6.25.2008

a manifesto and call for submissions

language is constantly changing. this truism has always been the foundation of this blog, but i wonder whether i've ever really written about it directly. language changes. i can't begin to think of a counter argument. who believes that it doesn't? even the most stalwart grammar nazis must admit, grudgingly, that language does change.

language changes according to some predictable patterns, some semantic, some syntactic, some phonetic. but it also changes according to the whims of inventing users, which are unpredictable to the same extent that human life and action is unpredictable.

sometimes the way language changes even changes. new technologies emerge that make new transformations possible, like typographic change. what it means for language to change changes. rules and norms can also change, allowing whole ranges of invented usages to emerge or gain legitimacy.

an invented usage is the leading edge that exposes a change in language. very rarely does any of them make a splash on its own, but they often indicate a certain change or even a change in the way change happens that can have far-reaching social, psychological, political or technological roots and implications.

invented usages also have effects beyond their meaning, beyond their connotation or denotation. they make us uncomfortable. they make us laugh or take each other more seriously or less seriously. they make some people angry.

'why?' is a question i've meant to address for a while. why does change in language affect us? i've arrived, of course, at my own answer. because that's what bloggers do.

language surrounds us like the whole world. we are born into it, we work with it our entire lives, and we pass out of it. and no one person can have any measure of control over it. only a handful can string together a single sentence that lasts for a decade. even fewer can actually change the language itself for any amount of time. who has the power to create and destroy words, or alter their meanings forever?

and yet, language changes. no wonder people who strive to perfect language are so frustrated when a mob they don't know, don't like, don't respect, and consider uneducated, change it effortlessly and without a second thought.

meanings, and our ability to express them, are precious. in fact, they're the ground we stand on. invented usages are the joining of things we never thought were the same; they're the tearing apart of one thing we thought shouldn't ever be broken.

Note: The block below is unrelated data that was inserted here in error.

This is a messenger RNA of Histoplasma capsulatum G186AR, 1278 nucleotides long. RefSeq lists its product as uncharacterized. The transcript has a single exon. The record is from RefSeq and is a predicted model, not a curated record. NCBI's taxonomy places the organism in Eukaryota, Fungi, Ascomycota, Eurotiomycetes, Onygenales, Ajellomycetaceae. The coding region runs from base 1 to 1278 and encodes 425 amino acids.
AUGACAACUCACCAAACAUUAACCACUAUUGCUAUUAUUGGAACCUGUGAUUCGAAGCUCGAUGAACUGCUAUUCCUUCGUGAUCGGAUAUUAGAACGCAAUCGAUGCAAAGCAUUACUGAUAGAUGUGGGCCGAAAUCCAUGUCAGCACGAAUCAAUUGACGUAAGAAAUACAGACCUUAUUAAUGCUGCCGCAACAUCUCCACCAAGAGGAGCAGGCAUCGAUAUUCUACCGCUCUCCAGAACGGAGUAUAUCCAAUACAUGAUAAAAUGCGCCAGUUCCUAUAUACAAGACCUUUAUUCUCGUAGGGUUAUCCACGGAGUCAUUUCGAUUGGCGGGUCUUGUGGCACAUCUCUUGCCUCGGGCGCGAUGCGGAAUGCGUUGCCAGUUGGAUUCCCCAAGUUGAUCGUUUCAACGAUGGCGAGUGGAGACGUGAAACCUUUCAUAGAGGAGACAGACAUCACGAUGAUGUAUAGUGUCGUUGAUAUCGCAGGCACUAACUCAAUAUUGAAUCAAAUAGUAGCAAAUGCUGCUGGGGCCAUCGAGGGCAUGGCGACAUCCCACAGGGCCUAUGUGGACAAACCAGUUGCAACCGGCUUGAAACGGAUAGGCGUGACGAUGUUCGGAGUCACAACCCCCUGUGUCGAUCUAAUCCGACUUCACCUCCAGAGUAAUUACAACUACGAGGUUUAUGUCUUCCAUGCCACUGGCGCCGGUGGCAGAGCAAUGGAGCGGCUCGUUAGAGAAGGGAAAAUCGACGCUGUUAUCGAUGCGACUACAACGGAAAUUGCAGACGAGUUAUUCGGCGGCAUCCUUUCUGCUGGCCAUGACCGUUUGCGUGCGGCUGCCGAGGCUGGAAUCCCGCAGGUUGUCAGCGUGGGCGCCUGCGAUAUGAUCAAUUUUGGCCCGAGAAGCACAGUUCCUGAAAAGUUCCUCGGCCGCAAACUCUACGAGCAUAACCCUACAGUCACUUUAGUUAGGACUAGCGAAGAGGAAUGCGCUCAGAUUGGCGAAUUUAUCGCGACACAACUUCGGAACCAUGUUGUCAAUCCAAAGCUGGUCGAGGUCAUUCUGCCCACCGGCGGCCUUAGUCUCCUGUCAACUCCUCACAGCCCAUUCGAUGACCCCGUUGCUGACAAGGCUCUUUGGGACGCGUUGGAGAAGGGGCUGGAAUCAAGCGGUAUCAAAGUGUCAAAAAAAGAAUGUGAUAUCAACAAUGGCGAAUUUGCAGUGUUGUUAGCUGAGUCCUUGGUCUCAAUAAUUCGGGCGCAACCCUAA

Invented Usage tries to celebrate, or at least tolerate those changes in all their mechanisms and forms. though we all use language differently, i find some comfort in the fact that invented usages come into being because we all change it in similar ways. change ultimately takes place because we continue to make the same mistakes and innovations as people we've never met, the way channels form because drops repeatedly take the same path down a slope.

on Invented Usage, a manifesto and a call for submissions aren't incompatible, because invented usages come from everywhere.

so send in your invented usages, right to inventedusage@gmail.com. send in an invented usage, and i'll post about it. send in posts, and i'll post them. all my favorite blogs (photoshopdisasters.com, thingsyoungerthanmccain.com, do it this way. maybe, with the power of the internet, we can all be in this together.

5 comments:

Chris said...

I agree with you comments. I've long assumed that the advent of writing systems had a lot to do with this false idea that language should be fixed and unchanging. I wonder what research there is on the language attitudes of people who speak languages without a writing system? I would predict that they have less worry about changes.

Chris said...

I should have mentioned that Zwicky and O'Conner's Snowclones may be a rich source for your invented usage list.

Cristi said...

thanks, chris, for the comments and the link to snowclones. it's a great site, and i'm frequently tempted to rifle through the database (as well as the eggcorn databse) for invented usages.

these things are definitely certain types of invented usage. but to justify my existence, though, i feel the need to point out that snowclones doesn't really deal at all with issues surrounding the usages like, why do certain phrases become snowclones? are there differences between recent additions and older snowclones? what effect does snowcloning have on the original phrase or term?

maybe i'll invented-usageize some snowclones soon to make the point....

Amandeep said...

"i've arrived, of course, at my own answer. because that's what bloggers do."

that made me laugh.

"language surrounds us like the whole world. we are born into it, we work with it our entire lives, and we pass out of it."
"who has the power to create and destroy words, or alter their meanings forever?"
"invented usages are the joining of things we never thought were the same; they're the tearing apart of one thing we thought shouldn't ever be broken."

these made me want to cry a little bit.

also, I only just noticed that this entire blog is written without capitalization of the first letters of sentences.

toomuchblog said...

This is a superb blog, and I've enjoyed reading it.

I do a lot of stuff with language (including non-prescriptivist-based stuff for kids, like http://hdym.londongt.org and the deliberately provocative www.killtheapostrophe.com)

Great stuff.

Related Posts with Thumbnails